November 14th, 2004

color cycle (slow)

Inventing a game: Möbiatus

So while in my usual Shrine of Ideas- y'know, sitting on the john- I thought up this idea for a cool pencil-and-paper game. Playing it against myself shows that, as I feared, the start of the game is far too slow to hold intrest, because the board is too large for the piece movement and starting position- both need to be fixed. I'd like ideas.

The game is called "Möbiatus", named after the unusual topology of the board. It can be simulated with two parallel boards on a flat sheet of paper, but it's more visually interesting this way.

This is a pencil-and-paper sort of Checkers from outer space. The topology of the board, which starts out confusing, gets weirder as the game progresses. The goal is to capture or immobilize all opponent pieces. The game must conclude within 70 move-pairs.

To set up the game, you'll need uniformly double-sided graph paper (cutting along the lines on one side cuts along the lines on the other- most good graph paper is like this), a pair of scissors to cut it, tape to join the board, and a differently-colored pen for each player.

Firstly, construct the board. Cut a 5x31 grid-square strip of the graph paper, then twist it into a Möbius strip (and tape it that way), carefully lining up the squares. Allow a one-square overlap- if you prefer to tape it without the overlap, cut it 5x30. (I want a smaller board, but anything less than a 6:1 ratio can't easily be twisted into a Möbius strip.)
Collapse )
It's sort of like Checkers, but written as only an alien ever could. What sorts of strategies could possibly emerge by such a bizarre set of rules- with captures that only occur at a distance (thirty spaces away), each move changing the topology of the game board in two places (two singularities- remember to make the one on the flip side!), and the potential for ridiculous multiple captures, I don't know how it will play out.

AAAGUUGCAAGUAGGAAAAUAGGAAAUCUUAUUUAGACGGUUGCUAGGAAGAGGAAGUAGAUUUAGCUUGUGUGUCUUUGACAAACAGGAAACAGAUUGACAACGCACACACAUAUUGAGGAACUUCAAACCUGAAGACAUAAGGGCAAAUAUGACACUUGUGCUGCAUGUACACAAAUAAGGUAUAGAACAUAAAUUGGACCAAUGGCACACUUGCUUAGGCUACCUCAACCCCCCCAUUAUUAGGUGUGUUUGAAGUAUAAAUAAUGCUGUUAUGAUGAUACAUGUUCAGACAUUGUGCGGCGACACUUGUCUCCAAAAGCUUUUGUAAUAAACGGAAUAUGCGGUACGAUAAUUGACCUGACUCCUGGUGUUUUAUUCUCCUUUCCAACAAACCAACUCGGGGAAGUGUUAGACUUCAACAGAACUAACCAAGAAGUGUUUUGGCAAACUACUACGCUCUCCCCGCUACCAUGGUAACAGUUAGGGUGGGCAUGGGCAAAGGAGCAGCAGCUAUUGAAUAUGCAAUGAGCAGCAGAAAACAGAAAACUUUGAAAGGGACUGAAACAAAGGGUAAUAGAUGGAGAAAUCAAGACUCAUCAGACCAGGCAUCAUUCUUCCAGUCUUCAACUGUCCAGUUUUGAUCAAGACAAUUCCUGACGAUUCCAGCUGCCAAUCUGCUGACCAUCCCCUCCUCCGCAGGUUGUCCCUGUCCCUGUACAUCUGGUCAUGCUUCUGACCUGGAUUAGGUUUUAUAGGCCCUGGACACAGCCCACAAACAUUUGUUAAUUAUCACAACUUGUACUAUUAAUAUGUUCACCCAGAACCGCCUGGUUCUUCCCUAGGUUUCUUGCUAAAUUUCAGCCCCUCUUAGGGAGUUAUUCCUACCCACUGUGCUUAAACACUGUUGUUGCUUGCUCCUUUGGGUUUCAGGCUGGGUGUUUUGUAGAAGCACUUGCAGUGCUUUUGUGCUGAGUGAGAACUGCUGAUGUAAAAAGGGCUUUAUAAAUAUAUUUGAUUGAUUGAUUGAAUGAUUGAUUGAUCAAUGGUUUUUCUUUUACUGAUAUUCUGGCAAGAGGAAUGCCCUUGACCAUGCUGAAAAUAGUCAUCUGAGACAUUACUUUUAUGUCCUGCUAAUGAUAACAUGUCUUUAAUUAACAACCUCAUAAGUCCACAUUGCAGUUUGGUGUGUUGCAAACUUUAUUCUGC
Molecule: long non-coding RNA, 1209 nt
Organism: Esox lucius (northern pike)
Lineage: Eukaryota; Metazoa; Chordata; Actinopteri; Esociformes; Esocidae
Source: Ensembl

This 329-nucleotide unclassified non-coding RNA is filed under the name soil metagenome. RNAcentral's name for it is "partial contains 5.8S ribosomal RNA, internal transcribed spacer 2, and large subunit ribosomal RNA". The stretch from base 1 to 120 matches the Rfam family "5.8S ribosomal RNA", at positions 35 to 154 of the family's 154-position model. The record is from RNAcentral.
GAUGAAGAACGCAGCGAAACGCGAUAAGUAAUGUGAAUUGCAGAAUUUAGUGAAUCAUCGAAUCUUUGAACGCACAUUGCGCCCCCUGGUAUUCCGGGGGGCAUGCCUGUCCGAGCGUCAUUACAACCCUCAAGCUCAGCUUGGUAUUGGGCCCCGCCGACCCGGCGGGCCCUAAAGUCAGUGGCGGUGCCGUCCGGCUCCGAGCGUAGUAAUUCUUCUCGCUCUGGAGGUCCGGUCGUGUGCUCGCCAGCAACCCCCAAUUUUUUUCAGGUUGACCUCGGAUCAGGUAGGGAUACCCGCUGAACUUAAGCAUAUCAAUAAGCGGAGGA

I do know the game needs a lot of work. The opening to the game is far too slow; knight moves aren't good enough. I like the way the Möbius strip works, and the way singularities work. (The origin of the "singularity on the flip side" rule, by the way, was so there wouldn't be a safe space on the board opposite to a previously occupied location. It also invalidates two spaces a move, forcing the game to an earlier conclusion). The physical difficulties of playing on a Mobius strip aren't actually too terrible- but it's possible to play it on two sides of a flat sheet of paper, as long as one remembers to do a left-right flip when moving over the edge, or even on two parallel boards. It might be easier to see that way, but it's more fun on a Möbius strip.

It needs work, and I'd love suggestions. Especially playtesting, because my only opponent so far is myself.

Creative Commons License

This work is licensed under a Creative Commons License.

  • Current Music
    The Apes Of God- Transpositional Landscapes (Blue)